Stay up to date with Current Events from WebLessons, updated every Monday morning. Click Here to view the archive of past articles.
Pop quiz: True or false, security around the President of the United States is the tightest security in the world. If you answered true, you are wrong. If that surprises you, you are not alone. Last Tuesday, the House Oversight Committee called Julia Pierson, director of the Secret Service, to testify following a number of security breaches at the White House and elsewhere. On Wednesday, Pierson resigned when it became clear bi-partisan confidence in her leadership had waned. What went wrong at the Secret Service? Turn to PBS’ Newshour for a look at recent lapses and what the agency will focus on now.
The History of the Secret Service –
This is not the first Secret Security lapse, nor is it the first time someone has sneaked inside the White House perimeter. Visit the Associated Press interactive,White House security. Page one shows how White House security has changed over time. (Use the control in the bottom right corner to move through time.) Use the menu in the upper left corner to turn from page one to page two. Page two presents a timeline of security breaches and measures. Be sure to explore both.
The Secret Service has been around for over a hundred years. In the early days, its mission was not to protect the President, nor did they dress like Men In Black. Learn more about how the Secret Service’s mission has changed, and about today’s Secret Service. You may be surprised to discover that the Secret Service continues to fulfill its original mission: to protect against and investigate fraud and monetary crimes.
Joining the Secret Service –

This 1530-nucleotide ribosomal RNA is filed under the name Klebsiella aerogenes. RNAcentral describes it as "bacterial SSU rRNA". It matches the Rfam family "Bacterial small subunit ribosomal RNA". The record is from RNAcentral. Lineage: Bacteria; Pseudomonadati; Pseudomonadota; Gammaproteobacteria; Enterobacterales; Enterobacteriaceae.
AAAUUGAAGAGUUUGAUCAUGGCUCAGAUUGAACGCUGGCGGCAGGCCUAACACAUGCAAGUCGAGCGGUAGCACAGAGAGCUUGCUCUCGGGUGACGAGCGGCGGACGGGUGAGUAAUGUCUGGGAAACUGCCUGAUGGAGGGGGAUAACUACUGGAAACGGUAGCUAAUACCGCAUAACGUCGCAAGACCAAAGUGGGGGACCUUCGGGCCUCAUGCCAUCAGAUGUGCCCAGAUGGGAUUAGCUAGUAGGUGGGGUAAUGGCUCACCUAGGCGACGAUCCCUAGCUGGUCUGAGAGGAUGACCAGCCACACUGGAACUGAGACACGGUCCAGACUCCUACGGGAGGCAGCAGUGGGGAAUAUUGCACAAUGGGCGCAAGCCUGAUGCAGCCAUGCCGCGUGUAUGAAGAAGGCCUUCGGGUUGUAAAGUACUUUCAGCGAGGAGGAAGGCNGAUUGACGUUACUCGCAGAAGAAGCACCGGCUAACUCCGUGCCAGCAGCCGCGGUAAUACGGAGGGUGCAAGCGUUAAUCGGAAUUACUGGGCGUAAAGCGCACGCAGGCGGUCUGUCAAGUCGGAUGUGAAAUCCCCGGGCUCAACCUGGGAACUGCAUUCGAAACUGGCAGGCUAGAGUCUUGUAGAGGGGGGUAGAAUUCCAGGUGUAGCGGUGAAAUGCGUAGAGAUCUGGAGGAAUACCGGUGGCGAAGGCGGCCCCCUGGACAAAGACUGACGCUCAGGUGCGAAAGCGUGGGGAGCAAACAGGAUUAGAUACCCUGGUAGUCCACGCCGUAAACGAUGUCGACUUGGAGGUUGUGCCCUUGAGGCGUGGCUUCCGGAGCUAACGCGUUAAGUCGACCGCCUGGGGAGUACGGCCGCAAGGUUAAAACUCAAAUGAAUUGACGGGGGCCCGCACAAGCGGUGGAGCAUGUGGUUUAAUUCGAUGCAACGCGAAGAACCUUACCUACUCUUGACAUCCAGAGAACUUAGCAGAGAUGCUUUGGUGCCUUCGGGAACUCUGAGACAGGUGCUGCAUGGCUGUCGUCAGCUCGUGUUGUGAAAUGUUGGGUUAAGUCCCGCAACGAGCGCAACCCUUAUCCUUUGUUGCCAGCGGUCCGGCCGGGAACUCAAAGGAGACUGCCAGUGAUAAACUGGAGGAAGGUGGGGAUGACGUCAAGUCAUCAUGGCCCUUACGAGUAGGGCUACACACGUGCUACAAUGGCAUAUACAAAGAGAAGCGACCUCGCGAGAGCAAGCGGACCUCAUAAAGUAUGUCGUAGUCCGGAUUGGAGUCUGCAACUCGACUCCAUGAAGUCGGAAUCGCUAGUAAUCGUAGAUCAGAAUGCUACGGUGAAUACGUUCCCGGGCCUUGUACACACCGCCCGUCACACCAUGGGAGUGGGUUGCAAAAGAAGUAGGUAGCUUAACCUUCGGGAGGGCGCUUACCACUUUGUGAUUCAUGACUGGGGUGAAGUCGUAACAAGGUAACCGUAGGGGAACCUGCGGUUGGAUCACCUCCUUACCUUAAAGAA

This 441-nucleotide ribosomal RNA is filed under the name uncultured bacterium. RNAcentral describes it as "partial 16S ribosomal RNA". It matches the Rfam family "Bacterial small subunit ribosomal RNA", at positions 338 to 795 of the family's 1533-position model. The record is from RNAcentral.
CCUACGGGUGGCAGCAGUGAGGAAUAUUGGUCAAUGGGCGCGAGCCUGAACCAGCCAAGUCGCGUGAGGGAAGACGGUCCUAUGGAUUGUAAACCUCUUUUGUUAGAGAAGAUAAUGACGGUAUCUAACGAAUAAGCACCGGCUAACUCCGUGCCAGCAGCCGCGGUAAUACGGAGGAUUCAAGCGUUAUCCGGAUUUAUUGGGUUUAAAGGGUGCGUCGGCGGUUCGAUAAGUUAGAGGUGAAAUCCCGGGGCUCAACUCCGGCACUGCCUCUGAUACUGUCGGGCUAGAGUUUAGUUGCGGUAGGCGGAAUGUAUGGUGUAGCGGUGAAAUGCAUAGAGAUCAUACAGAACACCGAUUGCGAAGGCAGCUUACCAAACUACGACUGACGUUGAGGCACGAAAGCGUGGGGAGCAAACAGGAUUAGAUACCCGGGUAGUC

As the White House website mentions, there are two types of Secret Service agents assigned to protect the President, his family, and other American and world leaders. Read about the uniformed division and the special agent. Meet Officer Hemsley, a uniformed officer, and learn more about his career path and responsibilities.
Being a Secret Service special agent looks cool--picture yourself in aviator sunglasses, dark suit, and an earpiece whispering the President’s code name into the microphone that is tucked into the cuff of your sleeve. It may be cool, but it is serious work. As the recent security breaches and history proves, agents and officers assigned to protect never know when or where a threat will appear, nor how serious that threat will be. If you are interested in being a uniformed officer or a special agent, read more about the training program and watch a training video. Read more about the requirements and qualifications needed to become a special agent. Take a Secret Service aptitude test to see if you have what it takes. Then, just for fun, practice your skills with code names.
If you are interested in being a Junior Secret Service Agent, complete the full activity. If you have unanswered questions about the Secret Service, see if the answers are listed among the Secret Services’ FAQs.